manuscript copy of Tennyson's "Crossing the Bar" from the University of South Carolina rare books and special collections section of their Libraries site.

Tuesday, November 9, 2010

Speaking the language

Syntax is key, but it is not written in stone.

When you transition from one phonemic language to another, when you go from one pot of words-to-sentences to collections thereof which make thought clouds to another pot using the same constructs, it helps to remember that the conventions of assembly can vary.

It's the same in music and poetry.  There are structures you are familiar with -- the verse, chorus, verse, chorus, bridge, chorus of a popular song.  The rhyme and rhythm of a limerick.  The syllable per line allotment of a haiku.

In perfume, you fall down the rabbit hole and learn about the opening, the development, the drydown.  You get excited when you start to recognize these these things, and appreciate when certain perfumes perform their acts well, whether because of the composition of each, of the transitions, or the new notes they hit which end up having the effect of tickling your fancy.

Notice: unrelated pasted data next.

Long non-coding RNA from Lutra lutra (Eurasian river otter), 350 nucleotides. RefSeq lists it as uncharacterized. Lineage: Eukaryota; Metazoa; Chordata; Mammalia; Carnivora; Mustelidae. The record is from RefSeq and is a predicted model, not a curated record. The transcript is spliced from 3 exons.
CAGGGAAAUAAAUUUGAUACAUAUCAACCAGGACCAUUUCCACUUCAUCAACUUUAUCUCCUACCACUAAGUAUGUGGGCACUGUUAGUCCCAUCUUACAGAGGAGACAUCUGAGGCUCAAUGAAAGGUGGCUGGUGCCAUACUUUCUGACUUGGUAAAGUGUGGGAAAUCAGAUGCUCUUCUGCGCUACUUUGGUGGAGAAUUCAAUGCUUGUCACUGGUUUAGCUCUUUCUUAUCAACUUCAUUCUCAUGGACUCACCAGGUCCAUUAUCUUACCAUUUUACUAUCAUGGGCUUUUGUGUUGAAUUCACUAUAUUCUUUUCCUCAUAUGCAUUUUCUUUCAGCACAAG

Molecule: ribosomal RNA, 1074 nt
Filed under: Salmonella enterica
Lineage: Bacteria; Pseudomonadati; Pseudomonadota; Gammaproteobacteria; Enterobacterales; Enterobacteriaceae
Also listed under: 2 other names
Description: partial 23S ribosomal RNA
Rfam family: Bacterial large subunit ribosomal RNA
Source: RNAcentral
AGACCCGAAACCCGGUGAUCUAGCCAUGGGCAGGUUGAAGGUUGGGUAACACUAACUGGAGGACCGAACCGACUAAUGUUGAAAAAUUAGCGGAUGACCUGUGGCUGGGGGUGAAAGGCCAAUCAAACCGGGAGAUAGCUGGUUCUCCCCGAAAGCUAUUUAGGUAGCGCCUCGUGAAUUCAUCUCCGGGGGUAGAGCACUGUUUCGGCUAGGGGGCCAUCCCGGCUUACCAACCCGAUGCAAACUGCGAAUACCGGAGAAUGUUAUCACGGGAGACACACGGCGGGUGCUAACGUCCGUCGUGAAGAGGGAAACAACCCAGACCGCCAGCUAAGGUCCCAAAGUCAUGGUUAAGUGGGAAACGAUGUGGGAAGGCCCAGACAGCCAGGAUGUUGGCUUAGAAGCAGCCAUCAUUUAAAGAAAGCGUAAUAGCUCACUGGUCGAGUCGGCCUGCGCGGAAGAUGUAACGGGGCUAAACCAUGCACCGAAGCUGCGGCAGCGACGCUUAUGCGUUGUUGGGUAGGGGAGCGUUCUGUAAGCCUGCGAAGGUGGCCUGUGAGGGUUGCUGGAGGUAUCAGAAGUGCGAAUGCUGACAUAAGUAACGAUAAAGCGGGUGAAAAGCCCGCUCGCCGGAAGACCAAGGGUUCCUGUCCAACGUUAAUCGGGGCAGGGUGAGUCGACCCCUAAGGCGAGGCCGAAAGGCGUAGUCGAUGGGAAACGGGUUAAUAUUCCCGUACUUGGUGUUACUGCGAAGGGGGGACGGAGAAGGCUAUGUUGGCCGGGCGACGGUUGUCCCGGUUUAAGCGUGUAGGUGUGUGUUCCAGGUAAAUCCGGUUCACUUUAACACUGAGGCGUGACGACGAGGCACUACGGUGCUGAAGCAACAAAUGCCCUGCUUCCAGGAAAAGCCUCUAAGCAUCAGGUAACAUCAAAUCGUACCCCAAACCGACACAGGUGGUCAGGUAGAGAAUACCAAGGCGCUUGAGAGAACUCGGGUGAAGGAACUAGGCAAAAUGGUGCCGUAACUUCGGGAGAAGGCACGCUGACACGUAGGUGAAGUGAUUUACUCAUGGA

Then, perhaps, you get used to this structure, this particular form of the language, and get accustomed to communicating in it.  So when another Romance language comes along, you might recognize the phonemes, the fact that something is being fact, the language might be analagous enough to your own that you can identify cognates and comprehend in some sort of pidgin listening way.

But no matter how much you are catching on, there comes a point when, at least for a little bit, it's best to shake off your "knowledge" and just listen with fresh ears and clean slate.

You might find that, in the end, combining the two approaches leads to your best understanding of what was being said.